The Texas electric grid hit a new record for wind power use early Thursday, as the state continues dominating the rest of the nation in wind farm growth.
At 12:30 am Thursday, the main Texas grid operator reported that nearly 37 percent of demand was met with wind power. The Electricity Reliability Council of Texas, which manages nearly 90 percent of the state’s electric needs, said it used 12,237.6 megawatts of wind power at the time. That bested a previous record set on Sept. 13 of 11,467 megawatts.
A megawatt powers about 500 typical Texas residences during periods of normal demand.
The new record came the same day as the American Wind Energy Association reported Texas accounted for nearly half of the nation’s wind power growth in the third quarter of the year. Texas added 771 megawatts of wind generation in the third quarter and, nationwide, about 1,600 megawatts were put online. Texas now has about 16,400 megawatts of wind power, according to the AWEA, which is about 10,000 megawatts more than the second and third windiest states, California and Iowa.
Texas is expected to exceed 20,000 megawatts next year. Further growth after 2016 may depend on whether Congress extends the production tax credit for wind projects.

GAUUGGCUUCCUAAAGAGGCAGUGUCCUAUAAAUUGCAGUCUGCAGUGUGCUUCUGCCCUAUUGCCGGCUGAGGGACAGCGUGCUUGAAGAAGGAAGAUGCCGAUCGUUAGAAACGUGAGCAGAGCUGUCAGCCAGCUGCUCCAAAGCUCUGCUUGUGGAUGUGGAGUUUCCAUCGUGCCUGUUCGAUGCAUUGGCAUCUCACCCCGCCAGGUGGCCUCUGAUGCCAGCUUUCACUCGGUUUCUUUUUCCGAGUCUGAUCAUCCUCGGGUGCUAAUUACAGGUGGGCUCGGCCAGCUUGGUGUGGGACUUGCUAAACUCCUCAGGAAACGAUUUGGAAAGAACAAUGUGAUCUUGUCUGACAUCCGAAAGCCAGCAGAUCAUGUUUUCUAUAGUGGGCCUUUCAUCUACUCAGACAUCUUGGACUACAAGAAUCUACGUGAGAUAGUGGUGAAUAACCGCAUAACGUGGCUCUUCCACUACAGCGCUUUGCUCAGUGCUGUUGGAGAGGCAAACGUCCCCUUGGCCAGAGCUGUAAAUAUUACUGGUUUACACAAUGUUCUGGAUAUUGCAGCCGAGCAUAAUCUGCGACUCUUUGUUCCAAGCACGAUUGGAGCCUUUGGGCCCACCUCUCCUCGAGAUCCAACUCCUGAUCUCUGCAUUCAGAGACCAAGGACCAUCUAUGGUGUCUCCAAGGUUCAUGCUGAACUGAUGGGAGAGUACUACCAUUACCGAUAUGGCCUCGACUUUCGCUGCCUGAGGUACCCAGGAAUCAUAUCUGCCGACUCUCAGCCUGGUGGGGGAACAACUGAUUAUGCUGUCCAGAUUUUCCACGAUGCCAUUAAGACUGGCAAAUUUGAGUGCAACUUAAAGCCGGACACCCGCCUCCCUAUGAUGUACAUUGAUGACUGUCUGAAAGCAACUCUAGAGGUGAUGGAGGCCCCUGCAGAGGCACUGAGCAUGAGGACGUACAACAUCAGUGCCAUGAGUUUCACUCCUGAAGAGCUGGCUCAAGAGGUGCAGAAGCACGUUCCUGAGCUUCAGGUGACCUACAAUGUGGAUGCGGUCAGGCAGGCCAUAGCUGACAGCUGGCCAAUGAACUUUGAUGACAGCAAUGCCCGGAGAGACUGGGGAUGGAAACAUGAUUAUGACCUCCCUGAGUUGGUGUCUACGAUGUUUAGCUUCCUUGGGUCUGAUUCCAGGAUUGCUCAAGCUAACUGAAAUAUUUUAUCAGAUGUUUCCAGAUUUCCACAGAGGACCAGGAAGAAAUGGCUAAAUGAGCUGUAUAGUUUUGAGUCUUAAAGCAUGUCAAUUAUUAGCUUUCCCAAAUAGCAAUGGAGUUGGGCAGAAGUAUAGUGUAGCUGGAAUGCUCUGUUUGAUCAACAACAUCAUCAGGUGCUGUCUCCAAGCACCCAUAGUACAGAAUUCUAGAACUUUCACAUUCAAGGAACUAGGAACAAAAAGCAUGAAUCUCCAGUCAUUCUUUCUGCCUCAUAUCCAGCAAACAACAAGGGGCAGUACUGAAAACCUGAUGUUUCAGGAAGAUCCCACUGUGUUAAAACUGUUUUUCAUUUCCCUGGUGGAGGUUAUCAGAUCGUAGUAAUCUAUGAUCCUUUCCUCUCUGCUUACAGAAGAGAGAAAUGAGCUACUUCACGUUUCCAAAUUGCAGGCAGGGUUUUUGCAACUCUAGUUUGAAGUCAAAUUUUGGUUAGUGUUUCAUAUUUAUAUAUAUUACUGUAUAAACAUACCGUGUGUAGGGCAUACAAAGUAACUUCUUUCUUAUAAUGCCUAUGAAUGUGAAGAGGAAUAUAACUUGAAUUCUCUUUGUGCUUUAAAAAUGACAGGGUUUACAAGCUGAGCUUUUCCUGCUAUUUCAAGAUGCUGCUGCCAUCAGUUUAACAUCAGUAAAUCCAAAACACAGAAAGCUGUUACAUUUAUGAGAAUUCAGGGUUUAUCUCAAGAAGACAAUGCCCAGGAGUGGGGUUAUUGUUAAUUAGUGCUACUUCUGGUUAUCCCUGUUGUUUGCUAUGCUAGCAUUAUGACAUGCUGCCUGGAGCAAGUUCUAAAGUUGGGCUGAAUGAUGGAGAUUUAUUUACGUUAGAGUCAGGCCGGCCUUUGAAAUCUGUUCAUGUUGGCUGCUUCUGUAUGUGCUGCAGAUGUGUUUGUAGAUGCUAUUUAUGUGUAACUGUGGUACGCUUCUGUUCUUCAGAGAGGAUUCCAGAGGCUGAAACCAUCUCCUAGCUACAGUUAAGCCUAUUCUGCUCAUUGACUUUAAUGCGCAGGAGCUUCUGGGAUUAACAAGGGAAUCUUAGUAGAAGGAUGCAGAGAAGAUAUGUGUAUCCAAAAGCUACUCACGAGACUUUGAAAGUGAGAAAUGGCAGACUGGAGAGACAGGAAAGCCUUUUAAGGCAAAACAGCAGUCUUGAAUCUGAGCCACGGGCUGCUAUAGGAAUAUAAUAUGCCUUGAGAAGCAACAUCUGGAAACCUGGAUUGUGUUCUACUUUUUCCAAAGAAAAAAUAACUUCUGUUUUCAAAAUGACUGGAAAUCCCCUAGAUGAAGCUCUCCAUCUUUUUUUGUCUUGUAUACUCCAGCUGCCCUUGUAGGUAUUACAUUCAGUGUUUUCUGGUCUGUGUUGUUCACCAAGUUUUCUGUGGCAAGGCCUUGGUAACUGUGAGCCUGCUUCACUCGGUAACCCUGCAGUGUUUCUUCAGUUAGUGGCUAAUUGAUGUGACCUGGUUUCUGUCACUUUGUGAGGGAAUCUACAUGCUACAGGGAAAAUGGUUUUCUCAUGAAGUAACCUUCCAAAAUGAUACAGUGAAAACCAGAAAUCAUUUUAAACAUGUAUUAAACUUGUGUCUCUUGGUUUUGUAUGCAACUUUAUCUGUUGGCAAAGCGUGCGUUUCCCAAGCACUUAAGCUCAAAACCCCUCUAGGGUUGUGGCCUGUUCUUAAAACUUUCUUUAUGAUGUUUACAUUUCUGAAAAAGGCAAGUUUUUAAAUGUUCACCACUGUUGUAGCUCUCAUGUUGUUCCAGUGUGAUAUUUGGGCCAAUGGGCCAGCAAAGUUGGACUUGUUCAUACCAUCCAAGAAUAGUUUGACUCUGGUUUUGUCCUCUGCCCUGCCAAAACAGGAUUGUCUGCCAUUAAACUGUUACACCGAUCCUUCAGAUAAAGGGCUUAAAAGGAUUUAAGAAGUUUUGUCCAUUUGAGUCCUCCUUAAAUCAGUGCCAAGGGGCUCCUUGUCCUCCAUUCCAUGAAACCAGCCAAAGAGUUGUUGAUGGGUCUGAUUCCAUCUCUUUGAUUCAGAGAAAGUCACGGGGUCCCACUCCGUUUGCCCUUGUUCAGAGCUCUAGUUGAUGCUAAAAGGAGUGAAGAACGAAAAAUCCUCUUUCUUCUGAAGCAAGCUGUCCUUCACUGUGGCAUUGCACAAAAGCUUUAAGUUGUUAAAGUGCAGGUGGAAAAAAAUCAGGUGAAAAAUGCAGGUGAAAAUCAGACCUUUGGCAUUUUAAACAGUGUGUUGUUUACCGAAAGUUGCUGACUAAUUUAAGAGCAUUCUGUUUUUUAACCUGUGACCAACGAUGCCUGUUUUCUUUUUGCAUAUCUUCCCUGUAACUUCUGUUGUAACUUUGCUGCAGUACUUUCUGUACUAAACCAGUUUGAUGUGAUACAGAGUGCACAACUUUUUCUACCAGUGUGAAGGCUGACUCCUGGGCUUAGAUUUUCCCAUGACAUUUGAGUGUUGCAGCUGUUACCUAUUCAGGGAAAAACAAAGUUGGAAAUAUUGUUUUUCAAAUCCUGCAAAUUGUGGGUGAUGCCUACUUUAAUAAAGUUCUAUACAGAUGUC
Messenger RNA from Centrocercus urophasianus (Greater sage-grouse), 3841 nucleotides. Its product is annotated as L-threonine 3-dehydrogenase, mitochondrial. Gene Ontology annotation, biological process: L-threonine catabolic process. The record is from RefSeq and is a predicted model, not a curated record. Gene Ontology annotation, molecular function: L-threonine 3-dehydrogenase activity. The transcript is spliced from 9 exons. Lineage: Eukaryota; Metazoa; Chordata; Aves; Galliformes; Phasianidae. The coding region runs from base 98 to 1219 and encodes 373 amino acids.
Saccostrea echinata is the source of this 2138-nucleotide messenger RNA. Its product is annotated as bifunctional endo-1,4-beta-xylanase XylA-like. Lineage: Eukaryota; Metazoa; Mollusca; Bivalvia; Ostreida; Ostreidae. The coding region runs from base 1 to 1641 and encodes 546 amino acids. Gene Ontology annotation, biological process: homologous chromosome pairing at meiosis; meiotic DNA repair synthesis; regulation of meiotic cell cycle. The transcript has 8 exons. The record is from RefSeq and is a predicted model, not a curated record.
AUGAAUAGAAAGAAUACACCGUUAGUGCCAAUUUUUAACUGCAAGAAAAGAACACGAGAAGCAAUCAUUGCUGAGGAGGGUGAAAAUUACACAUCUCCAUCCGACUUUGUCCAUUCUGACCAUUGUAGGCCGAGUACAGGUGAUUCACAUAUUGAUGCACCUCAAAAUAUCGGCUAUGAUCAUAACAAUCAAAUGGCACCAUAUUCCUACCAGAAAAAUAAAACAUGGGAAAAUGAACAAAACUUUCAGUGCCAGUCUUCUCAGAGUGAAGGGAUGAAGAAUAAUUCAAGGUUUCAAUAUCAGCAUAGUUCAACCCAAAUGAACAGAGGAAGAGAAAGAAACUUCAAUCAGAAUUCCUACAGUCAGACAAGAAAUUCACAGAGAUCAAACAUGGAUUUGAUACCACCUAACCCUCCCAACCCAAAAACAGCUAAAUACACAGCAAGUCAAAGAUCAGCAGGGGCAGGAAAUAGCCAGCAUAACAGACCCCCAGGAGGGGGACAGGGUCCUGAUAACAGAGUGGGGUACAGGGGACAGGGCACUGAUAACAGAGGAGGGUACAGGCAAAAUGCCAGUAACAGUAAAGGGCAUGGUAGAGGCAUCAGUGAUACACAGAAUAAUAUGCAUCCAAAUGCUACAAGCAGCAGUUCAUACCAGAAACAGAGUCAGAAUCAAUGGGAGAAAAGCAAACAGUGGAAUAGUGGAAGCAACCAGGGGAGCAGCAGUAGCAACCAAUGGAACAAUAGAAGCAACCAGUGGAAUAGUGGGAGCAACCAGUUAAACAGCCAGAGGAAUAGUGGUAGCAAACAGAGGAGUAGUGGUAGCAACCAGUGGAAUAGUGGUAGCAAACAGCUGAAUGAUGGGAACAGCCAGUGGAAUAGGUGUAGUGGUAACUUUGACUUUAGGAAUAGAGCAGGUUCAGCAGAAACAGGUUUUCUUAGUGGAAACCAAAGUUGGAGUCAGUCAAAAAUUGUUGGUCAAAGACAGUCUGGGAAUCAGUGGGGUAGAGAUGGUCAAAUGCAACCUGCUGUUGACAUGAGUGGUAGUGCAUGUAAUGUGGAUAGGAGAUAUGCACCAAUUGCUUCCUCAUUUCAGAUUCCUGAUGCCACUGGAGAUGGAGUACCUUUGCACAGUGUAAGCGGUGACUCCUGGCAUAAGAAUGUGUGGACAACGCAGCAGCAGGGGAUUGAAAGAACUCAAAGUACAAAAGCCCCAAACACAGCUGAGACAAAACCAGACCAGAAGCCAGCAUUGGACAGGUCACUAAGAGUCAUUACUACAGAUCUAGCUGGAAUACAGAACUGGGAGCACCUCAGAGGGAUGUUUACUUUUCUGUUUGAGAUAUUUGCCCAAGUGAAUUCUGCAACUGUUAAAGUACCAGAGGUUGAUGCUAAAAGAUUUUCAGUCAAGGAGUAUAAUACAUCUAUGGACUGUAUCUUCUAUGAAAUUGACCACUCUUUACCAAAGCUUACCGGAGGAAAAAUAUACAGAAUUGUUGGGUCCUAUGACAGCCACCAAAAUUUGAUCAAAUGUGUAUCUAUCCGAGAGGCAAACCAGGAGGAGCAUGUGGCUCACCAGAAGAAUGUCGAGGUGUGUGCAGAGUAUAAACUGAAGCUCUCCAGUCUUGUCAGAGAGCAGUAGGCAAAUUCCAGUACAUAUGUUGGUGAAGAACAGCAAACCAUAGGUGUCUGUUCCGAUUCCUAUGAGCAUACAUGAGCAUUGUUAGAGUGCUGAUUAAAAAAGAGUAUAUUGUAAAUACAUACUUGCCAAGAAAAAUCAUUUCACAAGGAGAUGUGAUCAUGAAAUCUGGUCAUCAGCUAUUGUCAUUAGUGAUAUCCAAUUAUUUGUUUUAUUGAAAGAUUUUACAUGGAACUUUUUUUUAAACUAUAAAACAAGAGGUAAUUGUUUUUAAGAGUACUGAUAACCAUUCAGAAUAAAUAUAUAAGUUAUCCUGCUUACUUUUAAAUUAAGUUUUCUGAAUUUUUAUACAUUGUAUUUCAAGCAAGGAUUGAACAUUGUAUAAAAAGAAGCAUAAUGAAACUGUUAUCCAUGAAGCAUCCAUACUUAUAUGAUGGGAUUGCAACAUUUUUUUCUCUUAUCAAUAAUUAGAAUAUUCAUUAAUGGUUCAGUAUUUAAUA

“Texas is continuing its market dominance,” said John Hensley, industry data manager for the AWEA.
The wind association praised recent project announcements like SunEdison saying it will build the 300-megawatt South Plains II wind farm northeast of Lubbock to power Hewlett-Packard data centers, and Monday’s announcement that EDF Renewable Energy will build a 123-megawatt wind project north of Dallas to power Procter & Gamble plants that make its laundry, dish-washing and other cleaning products.
Some companies are even studying ways for wind to power the production of oil and gas. Norway-based DNV GL has partners with Exxon Mobil Corp., Statoil and others on the “WIN WIN” joint industry project to use floating wind turbines to power offshore oil and gas production.
While admittedly not viable yet, DNV GL said Thursday the technical analysis phase is expected to be finished in the first quarter of 2016. So floating wind turbines could be a realistic possibility even in the Gulf of Mexico in the coming years.
“Initial results are promising and, with the (oil and gas) operators on board, we are able to test the concept on real cases,” said Johan Sandberg, DNV GL floating wind turbine segment leader, in the announcement.